When is “Civilization” used as a subject heading under places, and when is “History” used?
The Library of Congress offers the following explanation:
Civilization is related closely to other concepts such as culture, history, and social history, but places particular emphasis on cultural advances, including the arts, learning and scholarship, intellectual life, manners and customs, the development and growth of religion, advances in science and technology, etc. Culture is a term used by social scientists to describe a people’s whole way of life, whether simple or complex, consisting of learned ways of acting, feeling, and thinking. History is the chronological account of specific events, emphasizing political, diplomatic, military, and economic developments.
So in general, one would use “Civilization” when the book was more concerned with the culture and/or intellectual life of the place in the past. One would use “History” when dealing with politics and economics.
However, because many books cover both the “civilization” and “history” of a place, the Library of Congress states the following:
Because of the close relationship between civilization and history, it is sometimes difficult to decide whether subject headings for history or civilization should be assigned to a particular work. In borderline cases, let the intention of the author and the terminology of the text be the guide in determining which type of heading to assign.
Therefore, if the title is “The Civilization of Holland” and the book covers both cultural and historical aspects of Holland’s past, a cataloger would probably assign the subject heading “Holland – Civilization” simply because of the title.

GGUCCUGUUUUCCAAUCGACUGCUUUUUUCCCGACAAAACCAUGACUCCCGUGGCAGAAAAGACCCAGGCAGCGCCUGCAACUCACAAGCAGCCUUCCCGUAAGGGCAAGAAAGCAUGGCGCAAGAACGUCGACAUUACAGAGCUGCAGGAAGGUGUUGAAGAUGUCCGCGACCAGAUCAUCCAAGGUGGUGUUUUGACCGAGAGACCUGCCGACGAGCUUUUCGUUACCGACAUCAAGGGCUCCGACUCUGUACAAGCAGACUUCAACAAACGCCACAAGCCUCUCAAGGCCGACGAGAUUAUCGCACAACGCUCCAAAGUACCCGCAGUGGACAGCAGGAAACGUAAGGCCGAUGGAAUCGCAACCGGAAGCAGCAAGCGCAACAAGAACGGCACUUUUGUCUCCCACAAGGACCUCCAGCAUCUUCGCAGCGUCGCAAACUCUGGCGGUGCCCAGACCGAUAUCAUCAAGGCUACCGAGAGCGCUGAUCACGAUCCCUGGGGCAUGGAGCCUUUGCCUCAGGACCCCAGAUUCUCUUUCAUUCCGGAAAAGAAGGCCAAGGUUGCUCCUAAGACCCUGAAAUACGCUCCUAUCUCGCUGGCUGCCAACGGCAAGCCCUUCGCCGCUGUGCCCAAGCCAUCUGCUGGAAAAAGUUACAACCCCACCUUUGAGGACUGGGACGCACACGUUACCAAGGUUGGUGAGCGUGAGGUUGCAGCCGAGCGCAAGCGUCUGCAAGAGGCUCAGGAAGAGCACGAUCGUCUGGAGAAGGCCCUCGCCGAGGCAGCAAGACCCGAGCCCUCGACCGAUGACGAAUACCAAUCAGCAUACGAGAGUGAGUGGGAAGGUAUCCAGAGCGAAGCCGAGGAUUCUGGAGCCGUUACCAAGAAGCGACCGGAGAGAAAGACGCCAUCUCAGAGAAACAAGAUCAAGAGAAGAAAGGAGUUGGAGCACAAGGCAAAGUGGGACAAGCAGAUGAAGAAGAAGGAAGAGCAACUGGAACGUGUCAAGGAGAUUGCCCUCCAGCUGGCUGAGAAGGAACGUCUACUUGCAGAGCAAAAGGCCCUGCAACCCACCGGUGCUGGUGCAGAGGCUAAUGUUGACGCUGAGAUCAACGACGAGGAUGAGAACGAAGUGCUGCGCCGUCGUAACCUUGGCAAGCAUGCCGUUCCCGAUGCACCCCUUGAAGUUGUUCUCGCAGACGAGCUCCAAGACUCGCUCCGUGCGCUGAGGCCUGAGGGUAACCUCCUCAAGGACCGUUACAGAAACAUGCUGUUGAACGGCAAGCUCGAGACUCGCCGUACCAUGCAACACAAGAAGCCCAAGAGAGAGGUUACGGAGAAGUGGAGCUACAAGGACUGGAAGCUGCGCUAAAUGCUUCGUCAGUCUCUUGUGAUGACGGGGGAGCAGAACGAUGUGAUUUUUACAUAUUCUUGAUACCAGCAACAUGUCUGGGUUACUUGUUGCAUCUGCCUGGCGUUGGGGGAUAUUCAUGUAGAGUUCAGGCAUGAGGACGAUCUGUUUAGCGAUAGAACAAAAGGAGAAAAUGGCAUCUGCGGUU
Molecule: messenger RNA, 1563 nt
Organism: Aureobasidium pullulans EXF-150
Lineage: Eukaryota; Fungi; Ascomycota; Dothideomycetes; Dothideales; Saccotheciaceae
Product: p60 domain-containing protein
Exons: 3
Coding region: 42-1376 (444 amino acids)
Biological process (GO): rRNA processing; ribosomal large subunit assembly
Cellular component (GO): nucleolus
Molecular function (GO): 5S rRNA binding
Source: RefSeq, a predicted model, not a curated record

Please note that the following subdivisions are also available:
- Civilization — 16th century AND History – 16th century
- Civilization – 17th century AND History – 17th century
- Civilization – 18th century AND History – 18th century
- Civilization – 19th century AND History – 19th century
- Civilization – 20th century AND History – 20th century
- Civilization – 21st century AND History – 21st century
These subdivisions are only used when other, more specific time period subdivisions are not already established in the Library of Congress subject headings (i.e. “United States–History, 1797-1801” or “France–Civilization, 1901-1945)
Finally, there are also subject headings such as “Culture,” “Civilization,” “Civilization, Ancient,” etc. These subject headings usually do not subdivide geographically and are used for books that cover culture or civilization in general, or the culture/civilization of many places.